However, the tone of the discussions generally returns to sanity, with sensible people from both communities realizing that, in fact, they are just slightly different members of the same community.

A far cry from that biking lobby group and its scientifically-unfounded and reactionary position on eBikes.


Political contact lists

Because eBikes are new, many people who don't know anything about them, fear them. It seems to be a state state of uman nature to fear what you don't know, and decry it before learning about it. This includes politicians. So it's important to send an email, make a phone call or send a letter to your local and provincial politician to let them know that eBikes are legitimate, safe, friendly and thanks to federal legislation, here to stay.

Because so much of the regulation is provincial, it's also important to contact your MPP and let the decision-makers at Queen's Park know that we stand by the federal belief that Power-Assisted Bicycles are "a new means of transportation that is attractive, safe, and environment-friendly."

  • Find your Member of the Provincial Parliament.
If you'd like to add a community to this list, please join OntEBA and comment!

Ontario government research

The provincial government has things to do, places to go and people to meet as it finalizes regulations about eBikes.

Many people have been consulted.

One of them, who met with officials face-to-face on June 16, filed this report.

Wednesday, June 17, 2009

Welcome

Welcome to OntEBA, The Ontario eBike Alliance. We are a group of everyday people promoting the adoption and use of low-speed "Power-Assisted Bicycles" as defined under federal law.

In case you were wondering what a PAB is, it's a new type of transportation that takes one of the greatest inventions of the 18th century, the bicycle, and makes it modern.

At OntEBA, we use the terms "eBike" and "PABs" interchangeably. "eScooter" is a term used to described eBikes that look somewhat like a gasoline-powered scooter. The resemblance is, however, only skin deep.

A forward-thinking government (no that's not an oxymoron) described PABs as "a new means of transportation that is attractive, safe, and environment-friendly." We agree, and have even adopted those words as our motto.


What eBikes are

Some eBikes may look like gasoline-powered Low Speed Motorcycles: a.k.a Mopeds or Scooters. Others look like unpowered bicycles but have an electric motor attached to the front tire. All are strictly regulated by federal definition and provincial highways law:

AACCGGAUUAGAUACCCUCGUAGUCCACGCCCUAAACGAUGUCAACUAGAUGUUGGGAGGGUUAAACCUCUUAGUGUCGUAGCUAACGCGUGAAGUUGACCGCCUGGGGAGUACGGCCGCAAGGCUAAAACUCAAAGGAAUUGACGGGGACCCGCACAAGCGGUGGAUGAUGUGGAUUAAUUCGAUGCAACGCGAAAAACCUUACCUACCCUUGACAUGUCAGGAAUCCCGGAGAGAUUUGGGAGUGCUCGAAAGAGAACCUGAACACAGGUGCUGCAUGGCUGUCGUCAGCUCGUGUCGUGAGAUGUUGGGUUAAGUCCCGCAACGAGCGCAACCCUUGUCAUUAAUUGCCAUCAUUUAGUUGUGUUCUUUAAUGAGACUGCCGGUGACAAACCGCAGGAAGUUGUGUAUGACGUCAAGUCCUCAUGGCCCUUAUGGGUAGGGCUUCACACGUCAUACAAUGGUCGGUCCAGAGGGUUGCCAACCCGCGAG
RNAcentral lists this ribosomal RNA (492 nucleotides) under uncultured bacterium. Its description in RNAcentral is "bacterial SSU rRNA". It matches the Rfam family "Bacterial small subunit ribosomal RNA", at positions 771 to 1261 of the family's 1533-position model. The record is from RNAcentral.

• The motors cannot propel them faster than 32 km/h, about the same speed as a fit bicyclist can muster, and slower than a speedy bicyclist. Obviously much slower than a motorcycle, scooter or automobile.
  • Riders must wear protective helmets. Bicyclists, on the other hand, are not even required to wear a hat.
  • Drivers of PABs must be at least 16 years old.
  • eBikes must be manufactured with signal lights, horns and operable pedals. Standard bicyles leave these safety features up to the rider to provide.
  • eBikes do not require a special operator's license, registration plate or vehicle insurance, just the same as bicycles.
  • PABs are required to follow the rules and laws of the road, just the same as bicycles. They are prohibited from going anywhere a bicyle cannot go, such as sidewalks.
What eBikes are not

eBikes are not toys. They are modern transportation for grown-ups, ideal for both urban and suburban living and commuting.

The federal government believes that eBikes "will undoubtedly have a positive impact on the environment and the economy," according to the federal legislation that defines them.

PABs are not motorcycles, although some of them do resemble scooters. One critic said 'if it looks like a duck, it must be a duck.' However, we respond: "Just because you put a three-piece suit on a duck doesn't make it an MPP." The speed that an eBike motor can propel the bike is required to be electronically capped at 32 km/h. Federal law states: "The power and speed limits set out here are similar to those of a bicycle and not those of a motorcycle," so the clear intent of lawmakers and people who have studied the issue is that eBikes be thought of as similar to a bicycle.

Rider safety has been taken into consideration by both the federal and provincial levels of government, which has rightly classified them as a new kind of bicycle. Although Ontario hasn't fully articulated its regulation of eBikes, the federal government has. "Continuing to subject power-assisted bicycles to the safety standards for limited-speed motorcycles would, to all intents and purposes, have prevented this type of vehicle from being marketed in Canada, which would have deprived Canadians of a safe and non-polluting alternative mode of transportation."

eBikes are not bicycles. eBikes are not motorcycles. They are what they are, as the government says: "a new means of transportation that is attractive, safe, and environment-friendly... The anticipated effects on the environment will be positive because this type of vehicle is powered by a non-polluting source of energy and its use should help to alleviate urban traffic congestion."

Debate and discussion

Others might not like it that people in the know have made studies and careful consideration about where eBikes fit into Canadian and Ontario transportation plans, and have come to educated opinions and conclusions.

But at OntEBA we're happy to get on with the 21st century and celebrate new thinking and new technologies. So let's start re-inventing the wheel!